'Possibilities for a non-alienated life', the theme of the fourth edition of Asia's biggest contemporary art festival, Kochi-Muziris Biennale (KMB), talks about inclusiveness. With just one month to the opening (on December 12), curator Anita Dube is all set to make it inclusive for more than 6 lakh expected visitors. She wants every visitor to be an active participant, not just a "consumer of culture", and show justice to the nickname of KMB—"the people's Biennale".
"The biennale will have exhibition space and a pavilion," said Dube at the Meet the Curator event held in Kochi on Friday. The exhibition space will feature 95 curated works of 135 artists from 31 countries. The pavilion will be a "democratic" space where every visitor can express their thoughts, ideas and arguments, making use of internet technology. "Everybody will be a curator, everyone can share in the pavilion," said Dube.
Dube added that she wants to show futurism—an artistic social movement with emphasis on speed technology, youth, violence and industries—that can come from Asia and the global south.
Coming from a family of doctors, Dube, who started her work life in art at the age of 30, is the first woman curator of the KMB. The artistic advisory committee of 9 artists selected her unanimously. She travelled to 32 countries to select works for the KMB. And, more than half the artists who will be featured this year, are women.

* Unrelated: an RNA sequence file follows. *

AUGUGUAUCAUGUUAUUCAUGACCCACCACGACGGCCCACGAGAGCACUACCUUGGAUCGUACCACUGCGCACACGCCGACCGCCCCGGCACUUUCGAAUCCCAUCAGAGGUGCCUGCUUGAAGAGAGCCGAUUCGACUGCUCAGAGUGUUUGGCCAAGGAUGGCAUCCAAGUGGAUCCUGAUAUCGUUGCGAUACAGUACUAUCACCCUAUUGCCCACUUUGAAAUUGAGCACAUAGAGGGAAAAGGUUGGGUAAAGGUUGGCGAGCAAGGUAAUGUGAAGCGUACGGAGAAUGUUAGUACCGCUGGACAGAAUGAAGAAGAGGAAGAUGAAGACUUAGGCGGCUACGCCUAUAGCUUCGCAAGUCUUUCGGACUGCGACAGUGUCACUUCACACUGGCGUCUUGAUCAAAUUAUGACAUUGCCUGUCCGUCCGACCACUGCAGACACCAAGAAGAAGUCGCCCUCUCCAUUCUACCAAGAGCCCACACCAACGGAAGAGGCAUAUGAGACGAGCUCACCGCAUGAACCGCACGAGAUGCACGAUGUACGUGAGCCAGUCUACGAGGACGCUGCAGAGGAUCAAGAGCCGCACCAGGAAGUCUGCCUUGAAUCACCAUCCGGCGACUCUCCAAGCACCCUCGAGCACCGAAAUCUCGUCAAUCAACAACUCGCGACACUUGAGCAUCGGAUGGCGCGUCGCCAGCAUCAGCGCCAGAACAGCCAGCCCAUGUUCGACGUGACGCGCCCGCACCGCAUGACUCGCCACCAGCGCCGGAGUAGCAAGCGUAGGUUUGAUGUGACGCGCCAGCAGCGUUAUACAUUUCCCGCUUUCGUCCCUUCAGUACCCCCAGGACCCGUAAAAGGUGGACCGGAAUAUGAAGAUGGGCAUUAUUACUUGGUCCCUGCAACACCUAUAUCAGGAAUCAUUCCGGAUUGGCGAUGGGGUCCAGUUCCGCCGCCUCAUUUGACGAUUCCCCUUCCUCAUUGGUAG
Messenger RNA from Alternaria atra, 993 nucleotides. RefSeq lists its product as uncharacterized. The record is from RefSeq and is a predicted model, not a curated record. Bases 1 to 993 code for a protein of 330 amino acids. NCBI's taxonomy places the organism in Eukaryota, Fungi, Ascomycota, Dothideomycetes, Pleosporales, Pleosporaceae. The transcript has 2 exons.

In the aftermath of the destructive floods in Kerala in August, there were worries whether the biennale would happen as scheduled. The Kochi-Muziris Biennale Foundation, however, decided to go ahead. "People wanted the biennale to happen. General positivity was down after the floods. The biennale will lift the spirit and enthusiasm," said Sunil V, secretary, KMB.
Bose Krishnamachari, president of KMB, announced that to help with rebuilding of Kerala post the devastating floods, the biennale will conduct a live auction of 50 artistic works on January 18, 2019. "We expect to donate Rs 5 crore towards Kerala's rebuilding through this auction," said Krishnamachari. British-Indian sculptor Anish Kapoor has done a special work for this auction.
The KMB also plans to recycle the pavilion conversation space and build 12 homes of 600 square feet area for those affected by the flood. Dube added that the extent of the catastrophe was communicated with the artists, too, and some of the artists responded positively to slightly modify their work to show solidarity with Kerala.